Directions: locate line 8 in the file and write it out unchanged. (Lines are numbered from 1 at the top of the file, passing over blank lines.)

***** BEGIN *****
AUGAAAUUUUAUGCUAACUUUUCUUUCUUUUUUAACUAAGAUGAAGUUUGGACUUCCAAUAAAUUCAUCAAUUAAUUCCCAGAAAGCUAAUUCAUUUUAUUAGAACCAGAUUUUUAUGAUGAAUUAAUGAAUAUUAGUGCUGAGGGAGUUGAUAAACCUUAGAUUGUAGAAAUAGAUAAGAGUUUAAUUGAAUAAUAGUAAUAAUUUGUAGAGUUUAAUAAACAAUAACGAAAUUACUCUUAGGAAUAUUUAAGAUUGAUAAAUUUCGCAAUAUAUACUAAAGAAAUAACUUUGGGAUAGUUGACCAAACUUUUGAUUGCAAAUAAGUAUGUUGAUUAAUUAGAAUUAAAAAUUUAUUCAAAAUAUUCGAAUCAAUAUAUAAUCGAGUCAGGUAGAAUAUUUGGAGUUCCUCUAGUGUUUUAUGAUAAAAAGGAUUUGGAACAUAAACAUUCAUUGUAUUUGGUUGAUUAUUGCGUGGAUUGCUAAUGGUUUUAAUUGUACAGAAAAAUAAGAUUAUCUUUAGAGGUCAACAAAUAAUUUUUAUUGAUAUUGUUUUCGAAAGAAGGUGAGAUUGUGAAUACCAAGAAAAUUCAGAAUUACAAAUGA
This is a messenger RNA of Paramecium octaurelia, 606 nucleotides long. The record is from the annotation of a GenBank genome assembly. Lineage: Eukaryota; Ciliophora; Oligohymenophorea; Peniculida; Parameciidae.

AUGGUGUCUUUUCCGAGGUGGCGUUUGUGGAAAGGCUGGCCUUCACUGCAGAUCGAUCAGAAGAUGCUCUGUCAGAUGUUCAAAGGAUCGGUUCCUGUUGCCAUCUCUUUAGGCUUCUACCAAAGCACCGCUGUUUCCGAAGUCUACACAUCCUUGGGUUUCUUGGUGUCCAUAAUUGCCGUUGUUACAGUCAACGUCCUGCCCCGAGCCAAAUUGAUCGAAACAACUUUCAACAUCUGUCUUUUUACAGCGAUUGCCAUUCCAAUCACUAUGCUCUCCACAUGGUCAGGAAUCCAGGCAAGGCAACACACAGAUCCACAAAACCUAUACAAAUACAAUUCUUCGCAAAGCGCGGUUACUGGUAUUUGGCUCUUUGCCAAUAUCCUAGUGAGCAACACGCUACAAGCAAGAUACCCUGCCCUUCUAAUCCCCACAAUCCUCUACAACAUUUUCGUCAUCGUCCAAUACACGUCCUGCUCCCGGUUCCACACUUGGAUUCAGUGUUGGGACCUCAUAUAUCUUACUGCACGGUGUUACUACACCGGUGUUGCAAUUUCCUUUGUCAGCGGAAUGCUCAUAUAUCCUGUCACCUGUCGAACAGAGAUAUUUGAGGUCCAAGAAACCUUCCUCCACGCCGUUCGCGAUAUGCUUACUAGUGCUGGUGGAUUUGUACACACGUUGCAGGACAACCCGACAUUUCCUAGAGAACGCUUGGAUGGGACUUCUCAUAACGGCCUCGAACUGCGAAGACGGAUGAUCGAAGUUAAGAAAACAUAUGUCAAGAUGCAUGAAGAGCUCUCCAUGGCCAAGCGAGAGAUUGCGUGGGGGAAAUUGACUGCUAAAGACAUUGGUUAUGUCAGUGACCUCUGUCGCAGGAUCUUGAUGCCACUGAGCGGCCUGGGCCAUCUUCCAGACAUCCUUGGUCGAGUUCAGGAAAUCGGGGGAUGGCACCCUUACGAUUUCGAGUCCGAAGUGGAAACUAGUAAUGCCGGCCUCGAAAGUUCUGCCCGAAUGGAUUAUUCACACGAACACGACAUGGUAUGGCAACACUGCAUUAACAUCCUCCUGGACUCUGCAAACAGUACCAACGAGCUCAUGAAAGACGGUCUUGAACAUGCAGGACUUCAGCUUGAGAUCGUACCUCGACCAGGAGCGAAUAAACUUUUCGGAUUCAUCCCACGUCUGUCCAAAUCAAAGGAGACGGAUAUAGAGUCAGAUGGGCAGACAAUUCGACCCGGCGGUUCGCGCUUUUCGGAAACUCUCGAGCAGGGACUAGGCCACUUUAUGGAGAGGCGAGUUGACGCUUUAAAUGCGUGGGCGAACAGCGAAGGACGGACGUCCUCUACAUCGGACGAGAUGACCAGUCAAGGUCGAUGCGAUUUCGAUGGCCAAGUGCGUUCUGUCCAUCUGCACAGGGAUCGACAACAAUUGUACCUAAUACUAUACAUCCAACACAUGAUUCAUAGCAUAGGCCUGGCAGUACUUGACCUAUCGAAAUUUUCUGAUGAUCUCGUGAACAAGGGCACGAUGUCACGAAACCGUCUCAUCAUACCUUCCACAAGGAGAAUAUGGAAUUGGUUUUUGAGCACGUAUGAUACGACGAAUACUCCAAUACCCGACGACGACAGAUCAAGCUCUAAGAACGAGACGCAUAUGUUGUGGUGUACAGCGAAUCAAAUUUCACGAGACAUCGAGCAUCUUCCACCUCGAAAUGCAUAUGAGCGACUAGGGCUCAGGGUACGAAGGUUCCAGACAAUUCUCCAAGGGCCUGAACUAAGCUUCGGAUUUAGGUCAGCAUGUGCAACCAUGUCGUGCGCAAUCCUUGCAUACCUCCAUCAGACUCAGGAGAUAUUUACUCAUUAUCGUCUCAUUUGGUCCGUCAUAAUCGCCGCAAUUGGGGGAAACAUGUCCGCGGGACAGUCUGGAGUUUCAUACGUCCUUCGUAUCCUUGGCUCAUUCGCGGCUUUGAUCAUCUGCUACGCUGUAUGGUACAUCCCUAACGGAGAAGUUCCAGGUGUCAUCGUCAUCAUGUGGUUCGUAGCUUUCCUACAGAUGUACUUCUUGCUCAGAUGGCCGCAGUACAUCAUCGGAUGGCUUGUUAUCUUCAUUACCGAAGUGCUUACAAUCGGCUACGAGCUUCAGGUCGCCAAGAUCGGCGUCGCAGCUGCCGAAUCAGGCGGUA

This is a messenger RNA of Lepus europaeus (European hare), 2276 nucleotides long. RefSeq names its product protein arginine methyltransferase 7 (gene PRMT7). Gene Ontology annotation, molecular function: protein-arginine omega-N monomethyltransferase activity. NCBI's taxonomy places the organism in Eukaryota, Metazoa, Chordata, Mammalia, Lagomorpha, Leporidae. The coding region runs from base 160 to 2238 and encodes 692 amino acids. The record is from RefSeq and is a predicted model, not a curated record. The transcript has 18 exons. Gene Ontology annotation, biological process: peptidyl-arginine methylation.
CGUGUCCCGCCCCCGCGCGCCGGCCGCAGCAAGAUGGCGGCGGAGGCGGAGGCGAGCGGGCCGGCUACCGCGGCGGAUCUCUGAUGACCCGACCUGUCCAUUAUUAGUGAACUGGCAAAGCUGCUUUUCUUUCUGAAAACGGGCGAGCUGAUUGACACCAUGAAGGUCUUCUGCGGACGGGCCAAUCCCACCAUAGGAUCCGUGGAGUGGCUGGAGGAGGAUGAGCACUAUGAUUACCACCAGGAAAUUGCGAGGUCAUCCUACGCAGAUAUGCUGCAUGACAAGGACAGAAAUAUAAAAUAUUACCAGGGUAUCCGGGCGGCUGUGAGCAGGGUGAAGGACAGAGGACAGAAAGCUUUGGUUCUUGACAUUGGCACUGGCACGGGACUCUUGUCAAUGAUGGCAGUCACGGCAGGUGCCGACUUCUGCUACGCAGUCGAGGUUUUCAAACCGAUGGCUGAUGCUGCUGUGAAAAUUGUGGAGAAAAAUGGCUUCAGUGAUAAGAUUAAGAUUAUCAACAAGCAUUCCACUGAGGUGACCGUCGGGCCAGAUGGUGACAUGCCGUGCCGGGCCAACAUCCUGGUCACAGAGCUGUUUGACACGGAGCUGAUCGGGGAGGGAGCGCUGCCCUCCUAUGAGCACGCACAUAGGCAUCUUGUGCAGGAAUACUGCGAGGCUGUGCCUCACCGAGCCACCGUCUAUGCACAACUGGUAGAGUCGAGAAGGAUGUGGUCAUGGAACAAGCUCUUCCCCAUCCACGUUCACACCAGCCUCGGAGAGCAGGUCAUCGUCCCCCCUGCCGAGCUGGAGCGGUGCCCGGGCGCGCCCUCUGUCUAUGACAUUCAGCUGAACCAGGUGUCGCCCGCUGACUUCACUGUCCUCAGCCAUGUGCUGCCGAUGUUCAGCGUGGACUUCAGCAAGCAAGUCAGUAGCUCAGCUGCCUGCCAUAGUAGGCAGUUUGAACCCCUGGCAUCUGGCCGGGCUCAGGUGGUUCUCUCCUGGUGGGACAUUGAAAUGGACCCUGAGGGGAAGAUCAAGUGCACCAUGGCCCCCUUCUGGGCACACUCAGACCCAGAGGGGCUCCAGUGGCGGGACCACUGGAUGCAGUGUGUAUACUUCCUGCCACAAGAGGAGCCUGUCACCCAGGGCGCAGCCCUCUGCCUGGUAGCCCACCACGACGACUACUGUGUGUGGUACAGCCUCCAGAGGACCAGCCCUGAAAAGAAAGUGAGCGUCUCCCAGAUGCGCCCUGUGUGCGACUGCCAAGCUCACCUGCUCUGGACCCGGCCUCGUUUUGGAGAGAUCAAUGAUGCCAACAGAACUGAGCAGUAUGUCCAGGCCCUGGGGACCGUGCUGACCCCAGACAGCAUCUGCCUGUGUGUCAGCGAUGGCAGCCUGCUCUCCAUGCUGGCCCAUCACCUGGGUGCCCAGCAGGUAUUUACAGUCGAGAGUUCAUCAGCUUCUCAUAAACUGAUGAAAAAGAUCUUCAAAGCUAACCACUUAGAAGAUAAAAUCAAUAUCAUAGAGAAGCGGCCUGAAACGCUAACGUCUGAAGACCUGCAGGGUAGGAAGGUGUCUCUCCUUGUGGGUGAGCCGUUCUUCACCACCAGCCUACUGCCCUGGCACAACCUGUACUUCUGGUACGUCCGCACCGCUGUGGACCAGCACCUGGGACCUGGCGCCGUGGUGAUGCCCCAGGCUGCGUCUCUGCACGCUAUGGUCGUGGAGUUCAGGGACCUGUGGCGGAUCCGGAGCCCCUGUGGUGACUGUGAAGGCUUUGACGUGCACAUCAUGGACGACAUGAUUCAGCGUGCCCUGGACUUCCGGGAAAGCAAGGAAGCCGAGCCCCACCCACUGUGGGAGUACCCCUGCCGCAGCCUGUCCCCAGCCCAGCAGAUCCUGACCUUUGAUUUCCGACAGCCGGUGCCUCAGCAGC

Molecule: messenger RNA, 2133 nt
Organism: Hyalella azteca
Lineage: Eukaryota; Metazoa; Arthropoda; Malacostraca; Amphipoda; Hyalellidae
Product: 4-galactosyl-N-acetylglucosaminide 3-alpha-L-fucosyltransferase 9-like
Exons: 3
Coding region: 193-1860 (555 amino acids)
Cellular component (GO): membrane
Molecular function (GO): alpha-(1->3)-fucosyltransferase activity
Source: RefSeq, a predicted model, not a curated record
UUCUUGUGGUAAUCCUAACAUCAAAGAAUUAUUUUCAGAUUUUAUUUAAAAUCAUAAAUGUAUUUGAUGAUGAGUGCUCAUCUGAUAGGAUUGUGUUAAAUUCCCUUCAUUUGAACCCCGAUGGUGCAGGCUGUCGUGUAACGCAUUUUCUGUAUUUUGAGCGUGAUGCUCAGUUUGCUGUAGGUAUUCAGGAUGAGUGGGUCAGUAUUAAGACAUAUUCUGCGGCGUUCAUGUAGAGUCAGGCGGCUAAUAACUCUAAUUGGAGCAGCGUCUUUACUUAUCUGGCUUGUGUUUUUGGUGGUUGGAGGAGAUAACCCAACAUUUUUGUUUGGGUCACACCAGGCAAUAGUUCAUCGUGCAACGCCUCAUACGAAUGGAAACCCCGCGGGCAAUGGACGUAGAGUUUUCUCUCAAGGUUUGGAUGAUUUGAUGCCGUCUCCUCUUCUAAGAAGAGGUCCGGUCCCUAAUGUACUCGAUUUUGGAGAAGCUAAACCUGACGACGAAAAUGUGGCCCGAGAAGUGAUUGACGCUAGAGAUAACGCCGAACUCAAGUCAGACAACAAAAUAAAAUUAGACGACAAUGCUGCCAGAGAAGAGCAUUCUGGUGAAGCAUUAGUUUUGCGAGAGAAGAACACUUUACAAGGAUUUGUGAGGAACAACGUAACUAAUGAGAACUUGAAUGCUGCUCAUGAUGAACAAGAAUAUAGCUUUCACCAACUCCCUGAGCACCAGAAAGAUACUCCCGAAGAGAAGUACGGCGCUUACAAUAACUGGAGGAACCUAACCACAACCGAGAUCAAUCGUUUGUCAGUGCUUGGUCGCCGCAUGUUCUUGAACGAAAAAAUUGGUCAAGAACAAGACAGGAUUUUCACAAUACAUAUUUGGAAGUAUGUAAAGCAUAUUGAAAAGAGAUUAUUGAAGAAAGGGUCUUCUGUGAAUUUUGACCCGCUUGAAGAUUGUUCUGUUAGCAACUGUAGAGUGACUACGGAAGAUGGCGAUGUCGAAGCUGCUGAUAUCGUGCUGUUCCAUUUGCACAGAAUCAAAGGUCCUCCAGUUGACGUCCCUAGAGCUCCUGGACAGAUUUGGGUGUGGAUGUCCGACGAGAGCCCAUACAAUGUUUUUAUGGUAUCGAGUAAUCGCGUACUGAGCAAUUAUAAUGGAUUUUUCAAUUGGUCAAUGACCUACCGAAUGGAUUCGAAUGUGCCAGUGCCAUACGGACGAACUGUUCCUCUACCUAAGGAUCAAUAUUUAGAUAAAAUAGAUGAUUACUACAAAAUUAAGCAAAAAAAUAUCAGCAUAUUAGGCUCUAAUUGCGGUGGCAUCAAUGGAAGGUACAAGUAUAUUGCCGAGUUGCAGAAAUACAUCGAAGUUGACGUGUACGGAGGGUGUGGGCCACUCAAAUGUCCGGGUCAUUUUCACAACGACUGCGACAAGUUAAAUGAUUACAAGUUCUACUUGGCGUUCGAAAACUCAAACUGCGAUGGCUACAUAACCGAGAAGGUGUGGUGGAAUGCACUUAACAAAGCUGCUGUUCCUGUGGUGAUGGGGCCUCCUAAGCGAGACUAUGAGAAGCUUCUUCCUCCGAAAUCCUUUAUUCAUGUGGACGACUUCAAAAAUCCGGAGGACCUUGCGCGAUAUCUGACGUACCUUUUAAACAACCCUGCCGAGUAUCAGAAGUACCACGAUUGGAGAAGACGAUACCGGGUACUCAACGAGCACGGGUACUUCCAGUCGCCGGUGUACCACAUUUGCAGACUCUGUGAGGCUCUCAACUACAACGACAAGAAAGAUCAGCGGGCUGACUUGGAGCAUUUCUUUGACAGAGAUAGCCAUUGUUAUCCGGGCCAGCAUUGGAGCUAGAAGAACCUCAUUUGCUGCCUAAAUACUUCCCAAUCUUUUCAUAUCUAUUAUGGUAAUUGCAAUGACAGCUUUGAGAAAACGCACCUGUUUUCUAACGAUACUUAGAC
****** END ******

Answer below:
Lineage: Eukaryota; Metazoa; Arthropoda; Malacostraca; Amphipoda; Hyalellidae